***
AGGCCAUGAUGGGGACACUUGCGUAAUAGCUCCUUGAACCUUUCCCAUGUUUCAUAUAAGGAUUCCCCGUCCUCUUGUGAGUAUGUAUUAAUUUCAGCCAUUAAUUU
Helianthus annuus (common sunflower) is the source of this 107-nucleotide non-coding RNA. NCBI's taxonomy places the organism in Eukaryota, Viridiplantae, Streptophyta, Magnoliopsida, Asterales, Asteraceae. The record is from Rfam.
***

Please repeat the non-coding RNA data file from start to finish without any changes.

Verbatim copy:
AGGCCAUGAUGGGGACACUUGCGUAAUAGCUCCUUGAACCUUUCCCAUGUUUCAUAUAAGGAUUCCCCGUCCUCUUGUGAGUAUGUAUUAAUUUCAGCCAUUAAUUU
Helianthus annuus (common sunflower) is the source of this 107-nucleotide non-coding RNA. NCBI's taxonomy places the organism in Eukaryota, Viridiplantae, Streptophyta, Magnoliopsida, Asterales, Asteraceae. The record is from Rfam.